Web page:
Uneasy lies the head that wears a crown


Uneasy lies the head that wears a crown. - William Shakespeare (Photo credit: via ZsaZsa Bellagio on we heart it / visual bookmark #17943272)

Uneasy lies the head that wears a crown. – William Shakespeare (Photo credit: via ZsaZsa Bellagio on we heart it / visual bookmark #17943272)

One of my Twitter followers posted a status that said “Heavy is the head that wears the crown.” I did not necessarily know what this phrase meant at the time that I retweeted it; I just knew that I liked the wording. I decided to do a bit or research so that I would be able to better understand this phrase.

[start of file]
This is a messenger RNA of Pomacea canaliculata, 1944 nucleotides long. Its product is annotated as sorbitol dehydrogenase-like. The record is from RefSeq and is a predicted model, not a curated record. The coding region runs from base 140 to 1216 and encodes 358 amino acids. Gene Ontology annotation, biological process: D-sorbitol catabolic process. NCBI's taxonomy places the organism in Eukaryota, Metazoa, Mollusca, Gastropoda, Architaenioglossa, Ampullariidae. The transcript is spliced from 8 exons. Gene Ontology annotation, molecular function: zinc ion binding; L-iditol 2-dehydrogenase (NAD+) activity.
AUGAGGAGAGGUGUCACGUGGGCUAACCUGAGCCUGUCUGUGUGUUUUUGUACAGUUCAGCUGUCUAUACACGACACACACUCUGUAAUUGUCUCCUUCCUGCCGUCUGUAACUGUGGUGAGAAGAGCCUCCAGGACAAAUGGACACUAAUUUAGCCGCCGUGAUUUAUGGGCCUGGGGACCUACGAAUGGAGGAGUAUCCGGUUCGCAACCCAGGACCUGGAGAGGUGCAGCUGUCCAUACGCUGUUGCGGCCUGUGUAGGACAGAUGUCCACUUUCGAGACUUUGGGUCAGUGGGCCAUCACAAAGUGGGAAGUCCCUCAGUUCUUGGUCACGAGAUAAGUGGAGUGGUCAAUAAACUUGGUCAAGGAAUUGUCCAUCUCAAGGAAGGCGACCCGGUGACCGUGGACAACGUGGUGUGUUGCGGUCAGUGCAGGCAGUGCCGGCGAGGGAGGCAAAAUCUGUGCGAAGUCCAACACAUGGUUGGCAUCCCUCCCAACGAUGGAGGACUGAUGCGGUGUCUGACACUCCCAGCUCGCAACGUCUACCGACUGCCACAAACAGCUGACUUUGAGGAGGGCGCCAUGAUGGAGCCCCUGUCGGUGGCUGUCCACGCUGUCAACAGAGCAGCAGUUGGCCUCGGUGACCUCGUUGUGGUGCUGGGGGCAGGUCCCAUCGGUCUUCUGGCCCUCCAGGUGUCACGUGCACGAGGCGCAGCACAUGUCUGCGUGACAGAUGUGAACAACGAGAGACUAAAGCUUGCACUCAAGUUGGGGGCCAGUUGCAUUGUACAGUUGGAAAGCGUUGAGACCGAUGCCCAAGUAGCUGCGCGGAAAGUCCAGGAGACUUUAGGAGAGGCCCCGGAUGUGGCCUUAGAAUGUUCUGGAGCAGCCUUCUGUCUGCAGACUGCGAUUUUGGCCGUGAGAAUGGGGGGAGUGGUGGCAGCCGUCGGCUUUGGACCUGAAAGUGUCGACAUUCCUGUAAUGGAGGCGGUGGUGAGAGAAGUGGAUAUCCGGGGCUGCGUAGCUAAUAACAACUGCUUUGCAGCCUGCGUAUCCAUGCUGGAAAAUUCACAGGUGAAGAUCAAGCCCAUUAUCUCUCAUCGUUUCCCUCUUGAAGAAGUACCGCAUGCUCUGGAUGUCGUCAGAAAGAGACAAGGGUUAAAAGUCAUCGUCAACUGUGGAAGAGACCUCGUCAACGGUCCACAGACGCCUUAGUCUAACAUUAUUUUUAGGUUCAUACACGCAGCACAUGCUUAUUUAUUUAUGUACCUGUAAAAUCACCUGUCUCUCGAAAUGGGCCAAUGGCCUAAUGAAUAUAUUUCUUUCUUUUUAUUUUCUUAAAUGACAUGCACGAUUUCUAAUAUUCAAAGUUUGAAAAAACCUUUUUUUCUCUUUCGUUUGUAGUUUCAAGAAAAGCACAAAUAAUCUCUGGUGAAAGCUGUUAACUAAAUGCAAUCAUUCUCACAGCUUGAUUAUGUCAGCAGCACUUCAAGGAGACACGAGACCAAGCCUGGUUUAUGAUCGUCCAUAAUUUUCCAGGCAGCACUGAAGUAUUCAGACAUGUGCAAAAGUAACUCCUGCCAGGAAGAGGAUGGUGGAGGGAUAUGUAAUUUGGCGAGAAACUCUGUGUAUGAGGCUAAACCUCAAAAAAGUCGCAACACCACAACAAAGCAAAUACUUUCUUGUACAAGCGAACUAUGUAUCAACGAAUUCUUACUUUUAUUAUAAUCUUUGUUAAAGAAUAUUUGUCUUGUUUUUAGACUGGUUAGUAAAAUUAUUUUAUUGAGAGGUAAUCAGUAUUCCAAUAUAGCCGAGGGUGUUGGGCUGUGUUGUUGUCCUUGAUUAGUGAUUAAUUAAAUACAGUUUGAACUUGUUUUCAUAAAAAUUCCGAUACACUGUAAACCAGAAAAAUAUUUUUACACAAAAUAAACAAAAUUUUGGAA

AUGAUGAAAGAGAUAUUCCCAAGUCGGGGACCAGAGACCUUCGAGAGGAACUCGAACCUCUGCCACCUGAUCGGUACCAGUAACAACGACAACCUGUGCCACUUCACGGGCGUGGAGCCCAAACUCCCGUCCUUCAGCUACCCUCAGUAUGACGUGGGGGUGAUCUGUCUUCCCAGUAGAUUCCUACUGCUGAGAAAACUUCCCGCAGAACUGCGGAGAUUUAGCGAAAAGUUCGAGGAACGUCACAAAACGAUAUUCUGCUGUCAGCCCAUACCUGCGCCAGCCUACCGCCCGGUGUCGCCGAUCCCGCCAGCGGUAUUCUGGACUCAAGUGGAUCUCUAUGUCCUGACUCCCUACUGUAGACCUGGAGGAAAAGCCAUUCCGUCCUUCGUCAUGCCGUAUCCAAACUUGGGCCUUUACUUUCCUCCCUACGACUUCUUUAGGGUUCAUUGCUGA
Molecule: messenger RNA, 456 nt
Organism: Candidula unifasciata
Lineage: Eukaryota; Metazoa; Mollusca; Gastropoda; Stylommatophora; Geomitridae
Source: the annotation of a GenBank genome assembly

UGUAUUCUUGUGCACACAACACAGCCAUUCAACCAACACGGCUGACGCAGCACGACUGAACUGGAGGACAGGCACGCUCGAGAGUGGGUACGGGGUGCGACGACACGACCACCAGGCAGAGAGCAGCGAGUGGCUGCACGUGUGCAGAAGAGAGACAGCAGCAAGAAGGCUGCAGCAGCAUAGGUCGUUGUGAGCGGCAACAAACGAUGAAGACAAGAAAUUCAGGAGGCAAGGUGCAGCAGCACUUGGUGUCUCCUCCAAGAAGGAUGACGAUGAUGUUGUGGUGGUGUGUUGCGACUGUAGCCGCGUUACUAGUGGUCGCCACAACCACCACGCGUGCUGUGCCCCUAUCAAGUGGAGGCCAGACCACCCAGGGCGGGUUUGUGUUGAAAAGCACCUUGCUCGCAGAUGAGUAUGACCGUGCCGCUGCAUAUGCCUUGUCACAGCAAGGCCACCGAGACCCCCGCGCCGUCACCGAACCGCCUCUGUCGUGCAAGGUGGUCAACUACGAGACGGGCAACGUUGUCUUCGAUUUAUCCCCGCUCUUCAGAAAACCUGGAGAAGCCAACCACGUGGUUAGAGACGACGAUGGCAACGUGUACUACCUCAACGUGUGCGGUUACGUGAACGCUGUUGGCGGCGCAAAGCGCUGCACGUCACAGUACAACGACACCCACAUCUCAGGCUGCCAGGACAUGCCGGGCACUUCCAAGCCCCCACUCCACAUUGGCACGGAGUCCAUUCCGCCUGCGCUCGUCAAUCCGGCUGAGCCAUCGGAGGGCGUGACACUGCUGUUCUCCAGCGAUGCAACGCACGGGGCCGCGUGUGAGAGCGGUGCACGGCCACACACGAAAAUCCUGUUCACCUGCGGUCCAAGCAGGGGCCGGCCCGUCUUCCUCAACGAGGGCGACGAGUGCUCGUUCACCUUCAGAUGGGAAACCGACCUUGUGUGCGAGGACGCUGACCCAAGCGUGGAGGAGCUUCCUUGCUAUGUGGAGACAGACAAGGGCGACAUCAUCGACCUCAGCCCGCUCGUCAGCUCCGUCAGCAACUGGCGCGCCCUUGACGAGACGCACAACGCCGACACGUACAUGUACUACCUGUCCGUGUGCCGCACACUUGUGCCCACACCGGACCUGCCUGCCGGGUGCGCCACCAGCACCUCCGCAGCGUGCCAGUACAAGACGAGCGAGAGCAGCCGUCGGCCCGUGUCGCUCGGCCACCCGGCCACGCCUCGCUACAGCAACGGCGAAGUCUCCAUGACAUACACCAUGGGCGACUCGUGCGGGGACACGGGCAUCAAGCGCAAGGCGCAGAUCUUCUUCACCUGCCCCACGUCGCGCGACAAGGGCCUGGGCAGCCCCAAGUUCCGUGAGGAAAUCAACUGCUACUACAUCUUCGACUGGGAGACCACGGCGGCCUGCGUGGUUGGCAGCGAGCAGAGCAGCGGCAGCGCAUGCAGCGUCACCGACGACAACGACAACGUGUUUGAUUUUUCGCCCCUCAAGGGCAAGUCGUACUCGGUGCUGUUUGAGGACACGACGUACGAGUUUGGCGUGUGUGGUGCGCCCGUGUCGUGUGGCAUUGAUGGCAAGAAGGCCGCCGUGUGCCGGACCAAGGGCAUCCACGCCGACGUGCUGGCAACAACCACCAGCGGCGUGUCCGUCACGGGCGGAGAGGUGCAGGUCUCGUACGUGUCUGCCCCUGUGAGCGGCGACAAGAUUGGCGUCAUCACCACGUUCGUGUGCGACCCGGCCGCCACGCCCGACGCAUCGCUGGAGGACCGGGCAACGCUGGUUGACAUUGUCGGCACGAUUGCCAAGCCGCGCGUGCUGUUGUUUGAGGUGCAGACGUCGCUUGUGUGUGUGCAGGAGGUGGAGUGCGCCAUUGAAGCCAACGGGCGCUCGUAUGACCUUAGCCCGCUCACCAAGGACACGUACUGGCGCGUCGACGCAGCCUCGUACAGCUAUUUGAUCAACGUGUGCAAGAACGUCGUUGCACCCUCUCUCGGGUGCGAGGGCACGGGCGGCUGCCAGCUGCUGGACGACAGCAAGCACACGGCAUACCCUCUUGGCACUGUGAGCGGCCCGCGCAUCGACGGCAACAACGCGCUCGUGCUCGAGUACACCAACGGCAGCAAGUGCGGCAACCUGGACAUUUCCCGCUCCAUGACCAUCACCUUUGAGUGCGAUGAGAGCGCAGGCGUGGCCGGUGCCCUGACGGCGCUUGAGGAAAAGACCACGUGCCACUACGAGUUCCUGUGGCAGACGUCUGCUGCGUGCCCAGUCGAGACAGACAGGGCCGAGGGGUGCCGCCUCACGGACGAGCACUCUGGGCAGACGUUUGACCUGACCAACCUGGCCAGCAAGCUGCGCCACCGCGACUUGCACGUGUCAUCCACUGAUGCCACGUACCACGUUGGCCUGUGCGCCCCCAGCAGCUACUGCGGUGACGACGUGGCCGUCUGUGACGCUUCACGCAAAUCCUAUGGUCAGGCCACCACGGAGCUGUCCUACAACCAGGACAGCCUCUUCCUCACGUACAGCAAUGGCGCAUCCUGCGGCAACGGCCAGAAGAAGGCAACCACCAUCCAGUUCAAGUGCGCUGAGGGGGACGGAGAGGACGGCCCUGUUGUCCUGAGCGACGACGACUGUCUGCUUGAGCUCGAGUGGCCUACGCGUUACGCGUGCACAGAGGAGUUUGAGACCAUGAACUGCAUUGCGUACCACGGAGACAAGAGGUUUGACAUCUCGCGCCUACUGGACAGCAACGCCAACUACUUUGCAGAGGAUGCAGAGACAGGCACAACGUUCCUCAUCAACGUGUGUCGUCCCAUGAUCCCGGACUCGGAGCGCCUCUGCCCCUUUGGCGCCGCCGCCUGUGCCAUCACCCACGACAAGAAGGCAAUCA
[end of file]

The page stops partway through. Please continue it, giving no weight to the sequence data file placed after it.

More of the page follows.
I found that the original phrase is “Uneasy lies the head that wears a crown” and can be found in Part II of William Shakespeare‘s play Henry IV. The phrase is used to describe the responsibilities and worry that accompanies those who have a lot of power and prestige.

My last name is not QUEENan by accident.

Heavy is the head that wears the crown.

Heavy is the head that wears the crown.

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